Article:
A family friend suggested Ryan Kellner look into Johns Hopkins. He did, and found “a unique space where I could carve out my own niche in studying both law and economics. It was the only school I found that allowed me almost total academic freedom. My curriculum over my four years reflected that flexibility. I took classes in everything from political science, to philosophy, to computer science, to, of course, economics.”
Ryan majored in Economics, and, unusually perhaps, did not pursue other majors or minors because he wanted to be able to choose a range of courses across the university. “I had a sense that I wanted to attend law school coming into Hopkins, but I wanted to diversify. The Economics Department provided the opportunity to attack typical legal problems, like crime and antitrust issues, through a new set of tools. The upper level classes had incredibly small class sizes, which led to great discussion and strong relationships with my professors. My senior year classes were some of my favorites for these reasons.”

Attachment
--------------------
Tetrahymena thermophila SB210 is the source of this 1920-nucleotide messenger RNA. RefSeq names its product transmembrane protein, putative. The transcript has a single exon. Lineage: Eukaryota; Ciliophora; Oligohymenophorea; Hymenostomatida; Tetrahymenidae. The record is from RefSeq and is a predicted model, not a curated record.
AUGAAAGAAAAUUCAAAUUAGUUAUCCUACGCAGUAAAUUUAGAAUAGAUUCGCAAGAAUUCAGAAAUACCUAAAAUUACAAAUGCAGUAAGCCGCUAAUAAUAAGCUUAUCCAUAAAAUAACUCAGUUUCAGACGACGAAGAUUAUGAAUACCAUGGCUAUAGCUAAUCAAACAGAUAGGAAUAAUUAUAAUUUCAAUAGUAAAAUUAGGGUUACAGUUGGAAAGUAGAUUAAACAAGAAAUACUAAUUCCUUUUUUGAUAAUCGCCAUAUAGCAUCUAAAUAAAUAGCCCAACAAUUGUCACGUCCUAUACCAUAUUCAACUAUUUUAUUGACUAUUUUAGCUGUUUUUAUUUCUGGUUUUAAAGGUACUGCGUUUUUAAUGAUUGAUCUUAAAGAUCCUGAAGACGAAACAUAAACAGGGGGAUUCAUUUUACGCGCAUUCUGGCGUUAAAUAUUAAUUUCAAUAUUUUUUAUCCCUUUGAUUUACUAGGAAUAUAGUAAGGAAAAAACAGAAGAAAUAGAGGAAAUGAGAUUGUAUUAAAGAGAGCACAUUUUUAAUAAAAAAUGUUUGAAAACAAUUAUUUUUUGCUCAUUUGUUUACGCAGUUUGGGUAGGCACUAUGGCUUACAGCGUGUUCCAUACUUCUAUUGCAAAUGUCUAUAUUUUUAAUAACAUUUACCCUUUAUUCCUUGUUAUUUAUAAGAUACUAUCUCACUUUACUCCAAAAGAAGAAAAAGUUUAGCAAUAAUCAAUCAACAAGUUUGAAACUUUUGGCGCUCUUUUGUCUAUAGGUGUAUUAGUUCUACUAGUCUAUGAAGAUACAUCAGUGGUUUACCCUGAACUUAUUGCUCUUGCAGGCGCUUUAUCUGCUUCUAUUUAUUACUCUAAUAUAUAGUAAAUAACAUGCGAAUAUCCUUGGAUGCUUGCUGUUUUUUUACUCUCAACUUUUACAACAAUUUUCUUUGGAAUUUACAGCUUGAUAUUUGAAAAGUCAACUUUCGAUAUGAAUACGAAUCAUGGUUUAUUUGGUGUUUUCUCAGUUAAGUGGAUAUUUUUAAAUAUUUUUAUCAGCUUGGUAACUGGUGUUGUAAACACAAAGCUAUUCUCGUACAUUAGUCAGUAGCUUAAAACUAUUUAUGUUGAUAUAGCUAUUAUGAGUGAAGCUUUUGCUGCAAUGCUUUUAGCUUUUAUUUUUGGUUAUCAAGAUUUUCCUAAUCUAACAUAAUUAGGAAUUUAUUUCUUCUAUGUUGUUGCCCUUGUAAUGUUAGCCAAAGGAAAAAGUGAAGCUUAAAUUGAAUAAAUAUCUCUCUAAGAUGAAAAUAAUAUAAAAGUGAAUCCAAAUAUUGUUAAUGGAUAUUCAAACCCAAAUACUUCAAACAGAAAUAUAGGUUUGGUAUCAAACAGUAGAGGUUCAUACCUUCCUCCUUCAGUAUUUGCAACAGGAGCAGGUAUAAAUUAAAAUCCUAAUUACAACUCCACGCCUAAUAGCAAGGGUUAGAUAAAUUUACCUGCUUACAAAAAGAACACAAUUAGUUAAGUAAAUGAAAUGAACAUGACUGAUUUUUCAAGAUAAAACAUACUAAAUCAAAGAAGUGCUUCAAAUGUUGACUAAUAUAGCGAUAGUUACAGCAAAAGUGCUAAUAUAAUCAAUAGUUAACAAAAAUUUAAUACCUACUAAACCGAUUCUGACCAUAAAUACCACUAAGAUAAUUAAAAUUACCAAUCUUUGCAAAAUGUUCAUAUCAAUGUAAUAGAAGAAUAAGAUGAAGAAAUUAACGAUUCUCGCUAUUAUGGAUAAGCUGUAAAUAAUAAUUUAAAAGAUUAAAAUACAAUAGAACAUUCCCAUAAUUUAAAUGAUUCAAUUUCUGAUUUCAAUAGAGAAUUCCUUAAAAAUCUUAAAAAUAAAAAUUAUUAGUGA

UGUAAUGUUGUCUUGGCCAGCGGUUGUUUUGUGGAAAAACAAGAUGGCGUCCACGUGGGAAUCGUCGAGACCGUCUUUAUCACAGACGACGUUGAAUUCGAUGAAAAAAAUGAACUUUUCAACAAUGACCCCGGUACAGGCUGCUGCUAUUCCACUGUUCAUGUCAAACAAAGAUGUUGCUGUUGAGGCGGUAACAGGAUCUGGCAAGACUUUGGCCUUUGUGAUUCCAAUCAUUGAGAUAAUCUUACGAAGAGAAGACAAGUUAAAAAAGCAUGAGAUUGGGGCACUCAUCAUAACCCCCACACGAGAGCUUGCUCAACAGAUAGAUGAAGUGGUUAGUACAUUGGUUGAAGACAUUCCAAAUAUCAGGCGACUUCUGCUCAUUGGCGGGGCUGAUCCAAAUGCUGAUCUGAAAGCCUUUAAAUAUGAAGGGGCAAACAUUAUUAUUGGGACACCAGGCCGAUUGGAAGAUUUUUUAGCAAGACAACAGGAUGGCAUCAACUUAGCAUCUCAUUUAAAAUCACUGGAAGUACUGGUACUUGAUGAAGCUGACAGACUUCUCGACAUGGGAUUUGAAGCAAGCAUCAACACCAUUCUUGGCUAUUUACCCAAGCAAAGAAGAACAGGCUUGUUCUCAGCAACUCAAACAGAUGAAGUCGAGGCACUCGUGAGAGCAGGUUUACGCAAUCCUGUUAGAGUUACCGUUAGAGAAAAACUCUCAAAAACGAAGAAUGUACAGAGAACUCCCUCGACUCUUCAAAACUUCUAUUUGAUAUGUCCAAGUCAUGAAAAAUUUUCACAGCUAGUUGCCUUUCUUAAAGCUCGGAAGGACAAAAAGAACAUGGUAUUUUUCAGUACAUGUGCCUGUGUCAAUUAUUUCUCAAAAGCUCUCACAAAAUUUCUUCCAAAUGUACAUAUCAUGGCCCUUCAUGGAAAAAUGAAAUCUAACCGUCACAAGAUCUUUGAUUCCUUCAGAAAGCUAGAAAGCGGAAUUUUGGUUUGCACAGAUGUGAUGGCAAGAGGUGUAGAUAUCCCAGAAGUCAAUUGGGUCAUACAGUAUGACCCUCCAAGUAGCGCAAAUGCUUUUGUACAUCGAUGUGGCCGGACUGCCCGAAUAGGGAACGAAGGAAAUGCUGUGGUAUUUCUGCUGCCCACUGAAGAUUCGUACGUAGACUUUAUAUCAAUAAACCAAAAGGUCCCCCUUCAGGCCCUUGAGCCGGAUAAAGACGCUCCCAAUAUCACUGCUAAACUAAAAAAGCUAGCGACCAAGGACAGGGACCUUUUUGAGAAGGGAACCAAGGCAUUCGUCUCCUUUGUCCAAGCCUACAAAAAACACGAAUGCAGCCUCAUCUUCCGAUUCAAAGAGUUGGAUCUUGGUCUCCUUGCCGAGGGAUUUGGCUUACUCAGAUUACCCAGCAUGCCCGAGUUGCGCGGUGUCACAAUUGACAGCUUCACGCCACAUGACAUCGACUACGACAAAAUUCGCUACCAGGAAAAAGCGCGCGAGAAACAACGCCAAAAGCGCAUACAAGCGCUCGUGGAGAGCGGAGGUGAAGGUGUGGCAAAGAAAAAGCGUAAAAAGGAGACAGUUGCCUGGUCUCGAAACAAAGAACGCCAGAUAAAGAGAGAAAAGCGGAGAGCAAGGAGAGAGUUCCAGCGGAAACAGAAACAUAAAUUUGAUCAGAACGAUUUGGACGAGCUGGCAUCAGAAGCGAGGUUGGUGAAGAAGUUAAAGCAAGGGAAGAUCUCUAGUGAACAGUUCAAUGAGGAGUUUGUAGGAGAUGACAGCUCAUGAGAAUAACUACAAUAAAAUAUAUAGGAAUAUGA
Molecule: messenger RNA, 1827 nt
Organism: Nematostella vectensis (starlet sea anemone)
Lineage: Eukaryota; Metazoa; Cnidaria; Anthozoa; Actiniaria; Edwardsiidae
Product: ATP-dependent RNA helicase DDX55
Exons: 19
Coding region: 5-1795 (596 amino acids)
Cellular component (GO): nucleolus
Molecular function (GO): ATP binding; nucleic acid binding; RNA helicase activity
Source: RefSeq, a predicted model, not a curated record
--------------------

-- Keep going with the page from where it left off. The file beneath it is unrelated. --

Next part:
Outside of class, Ryan captained one of Hopkins’ Mock Trial Teams, led a group of tutors in Hopkins’ Jail Tutorial Project, and served as a research assistant at the Poverty and Inequality Research Lab.
Ryan worked in several legal internships, but found that he often drew on his economic toolkit. He is currently working for the District Attorney’s Office in Manhattan as a paralegal, hoping this opportunity will help him decide if law schools is the right choice. “The Economics Department instilled in me a love for antitrust issues (particularly Professor Hamilton’s Economics of Antitrust course), and practicing antitrust law would be a great way to satisfy my legal and economic interests.”
What advice does Ryan have for potential economics majors?
“Study hard and meet with professors often. Study math and make sure you can write well. All of these skills will be important moving forward.”